I recently did a no fault claim on my car but my insurance company dealt with everything apart from the excess which was paid pretty promptly after I said I'd be appointing a solicitor if they hadn't settled it by a certain date & would obviously be passing on the costs to them...
Perhaps might be worth taking legal advice if you're going to be considerably out of pocket?

SoupDragon Fri 07-Oct-16 19:25:46

That is exactly what happens when a car is written off, even if it is not the driver's fault. They only get the current value of the car.

peasandquiet Fri 07-Oct-16 19:27:20

Who's insurer are you dealing with? Your home or the drivers vehicle insurance? House insurance will not be new for old with a bike unfortunately same with clothing, I'' going to presume your dealing with house insurer so in that case if you buy new then ask your home insurer to submit the diff between what they pay and the bike you buy as an uninsured loss along with your policy excess might not get it but worth a try. Another tip would be to ask your home insurer if they have a bike supplier. They may be able to get a better deal for you i.e. A better bike for the settlement money than if you go to a indie/high st shop.

wasonthelist Fri 07-Oct-16 19:28:10

Op is claiming from the car driver and is therefore not party to the policy wording.

amicissimma Fri 07-Oct-16 19:28:25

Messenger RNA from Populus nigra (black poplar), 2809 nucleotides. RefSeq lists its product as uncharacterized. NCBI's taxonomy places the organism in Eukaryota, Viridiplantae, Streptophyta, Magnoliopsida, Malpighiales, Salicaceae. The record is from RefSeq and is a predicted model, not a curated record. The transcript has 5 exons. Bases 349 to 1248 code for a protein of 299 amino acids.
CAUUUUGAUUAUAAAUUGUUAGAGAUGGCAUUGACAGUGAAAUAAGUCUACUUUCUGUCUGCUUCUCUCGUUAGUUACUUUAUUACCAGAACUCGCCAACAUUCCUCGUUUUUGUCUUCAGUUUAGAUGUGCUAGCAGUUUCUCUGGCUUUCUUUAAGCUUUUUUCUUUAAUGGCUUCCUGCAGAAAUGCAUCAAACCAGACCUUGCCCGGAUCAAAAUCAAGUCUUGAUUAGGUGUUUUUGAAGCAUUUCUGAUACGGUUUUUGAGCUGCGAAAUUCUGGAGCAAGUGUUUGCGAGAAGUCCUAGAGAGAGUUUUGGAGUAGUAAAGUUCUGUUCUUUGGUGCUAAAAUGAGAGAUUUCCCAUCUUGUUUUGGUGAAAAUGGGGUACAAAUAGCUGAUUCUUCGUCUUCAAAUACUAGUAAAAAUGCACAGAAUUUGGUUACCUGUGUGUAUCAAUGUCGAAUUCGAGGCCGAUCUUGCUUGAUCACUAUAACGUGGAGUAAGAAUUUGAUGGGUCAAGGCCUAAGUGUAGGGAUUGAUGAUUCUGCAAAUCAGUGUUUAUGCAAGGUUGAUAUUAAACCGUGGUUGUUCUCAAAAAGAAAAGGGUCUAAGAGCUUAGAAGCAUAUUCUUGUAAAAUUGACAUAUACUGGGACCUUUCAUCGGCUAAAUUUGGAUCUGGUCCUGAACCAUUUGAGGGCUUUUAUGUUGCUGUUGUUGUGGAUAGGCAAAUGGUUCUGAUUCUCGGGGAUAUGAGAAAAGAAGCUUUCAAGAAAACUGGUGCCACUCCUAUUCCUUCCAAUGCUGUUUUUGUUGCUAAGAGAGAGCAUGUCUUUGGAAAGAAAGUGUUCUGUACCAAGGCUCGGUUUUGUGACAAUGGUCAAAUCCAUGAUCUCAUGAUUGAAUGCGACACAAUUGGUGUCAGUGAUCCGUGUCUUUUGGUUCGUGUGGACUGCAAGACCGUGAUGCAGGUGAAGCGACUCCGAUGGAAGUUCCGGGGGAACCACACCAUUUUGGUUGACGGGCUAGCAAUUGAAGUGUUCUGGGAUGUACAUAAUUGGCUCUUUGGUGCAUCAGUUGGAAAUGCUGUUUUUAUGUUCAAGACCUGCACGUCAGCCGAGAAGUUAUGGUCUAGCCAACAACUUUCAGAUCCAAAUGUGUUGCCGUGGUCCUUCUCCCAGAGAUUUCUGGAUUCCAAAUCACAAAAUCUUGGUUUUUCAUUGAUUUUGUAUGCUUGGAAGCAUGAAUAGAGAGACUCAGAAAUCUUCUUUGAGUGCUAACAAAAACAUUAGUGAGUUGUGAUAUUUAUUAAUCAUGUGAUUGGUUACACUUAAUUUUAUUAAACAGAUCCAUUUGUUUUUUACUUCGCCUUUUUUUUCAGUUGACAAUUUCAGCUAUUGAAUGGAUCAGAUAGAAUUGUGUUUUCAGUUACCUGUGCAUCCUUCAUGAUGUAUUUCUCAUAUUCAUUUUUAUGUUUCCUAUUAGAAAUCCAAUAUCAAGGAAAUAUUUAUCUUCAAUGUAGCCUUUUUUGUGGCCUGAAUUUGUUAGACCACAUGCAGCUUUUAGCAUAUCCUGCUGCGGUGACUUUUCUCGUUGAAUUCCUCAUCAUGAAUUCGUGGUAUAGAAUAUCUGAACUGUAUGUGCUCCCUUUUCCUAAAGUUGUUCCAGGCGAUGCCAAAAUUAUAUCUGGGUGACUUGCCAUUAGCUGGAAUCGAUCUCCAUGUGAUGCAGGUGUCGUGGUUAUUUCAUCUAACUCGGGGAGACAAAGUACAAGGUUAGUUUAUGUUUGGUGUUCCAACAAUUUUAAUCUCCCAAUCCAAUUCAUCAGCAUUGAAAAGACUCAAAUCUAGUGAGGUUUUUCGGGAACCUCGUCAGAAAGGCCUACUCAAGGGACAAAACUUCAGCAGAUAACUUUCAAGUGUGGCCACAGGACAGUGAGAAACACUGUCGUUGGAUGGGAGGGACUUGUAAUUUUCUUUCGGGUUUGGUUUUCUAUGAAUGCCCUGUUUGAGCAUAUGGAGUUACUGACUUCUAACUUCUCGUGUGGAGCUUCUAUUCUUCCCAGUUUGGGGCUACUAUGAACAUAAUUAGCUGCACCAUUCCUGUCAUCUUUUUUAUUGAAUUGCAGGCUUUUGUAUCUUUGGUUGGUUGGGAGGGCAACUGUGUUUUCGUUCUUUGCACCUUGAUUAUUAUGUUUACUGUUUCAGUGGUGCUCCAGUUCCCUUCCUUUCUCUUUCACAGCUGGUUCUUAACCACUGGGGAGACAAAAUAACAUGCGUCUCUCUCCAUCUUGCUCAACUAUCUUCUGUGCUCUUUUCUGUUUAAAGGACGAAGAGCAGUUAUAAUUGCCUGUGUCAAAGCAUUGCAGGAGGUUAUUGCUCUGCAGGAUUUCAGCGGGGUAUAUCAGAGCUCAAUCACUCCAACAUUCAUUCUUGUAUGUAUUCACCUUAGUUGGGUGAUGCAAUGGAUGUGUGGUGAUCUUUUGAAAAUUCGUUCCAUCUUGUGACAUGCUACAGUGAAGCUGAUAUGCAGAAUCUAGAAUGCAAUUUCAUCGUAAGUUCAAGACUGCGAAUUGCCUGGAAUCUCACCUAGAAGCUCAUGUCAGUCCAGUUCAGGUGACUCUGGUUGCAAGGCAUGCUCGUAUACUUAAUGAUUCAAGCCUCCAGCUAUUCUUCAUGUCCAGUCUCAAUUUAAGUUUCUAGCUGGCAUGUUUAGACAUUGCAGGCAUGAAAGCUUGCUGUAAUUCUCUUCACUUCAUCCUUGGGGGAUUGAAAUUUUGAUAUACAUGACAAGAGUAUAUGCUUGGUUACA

My sympathies, OP. I have been in this situation.

Unfortunately you can only claim to be put back in the situation you were in before the accident, ie the owner of a 4-year-old bike, with 4 years' worth of wear and tear and parts maybe soon needing replacing and, as they say, 4 year old technology. You won't be put in a better position, ie the owner of a new bike.

It's worth keeping on at the insurance company for a bit more, specially if you can find a bike similar to your DP's for sale anywhere to tell them about, but I doubt you'll manage a great deal more.

Fizzer123 Fri 07-Oct-16 19:30:51

If you want this you need to make sure you buy a 'new for old' policy.

Superdinocharge Fri 07-Oct-16 19:33:52

The thing is if a car was a right of fire they wouldn't give you the price you paid new only the price it is worth at the time of the accident. So I can see their thinking. However, they surely have to replace like with like so can you ask them to source a replacement for you?

Toffeelatteplease Fri 07-Oct-16 19:33:55

if you have had upgrades to the bike are they documented? Can you evidence the extra spent on the bike?

if you can, your argument is actually this. their offer is not putting you back in the position you were in before the accident as whilst the bike they have listed is a direct replacement for the make it does not take into account the modifications and therefore they need to be upping their offer to take into account the modifications that you would need to make to the bike they have linked to.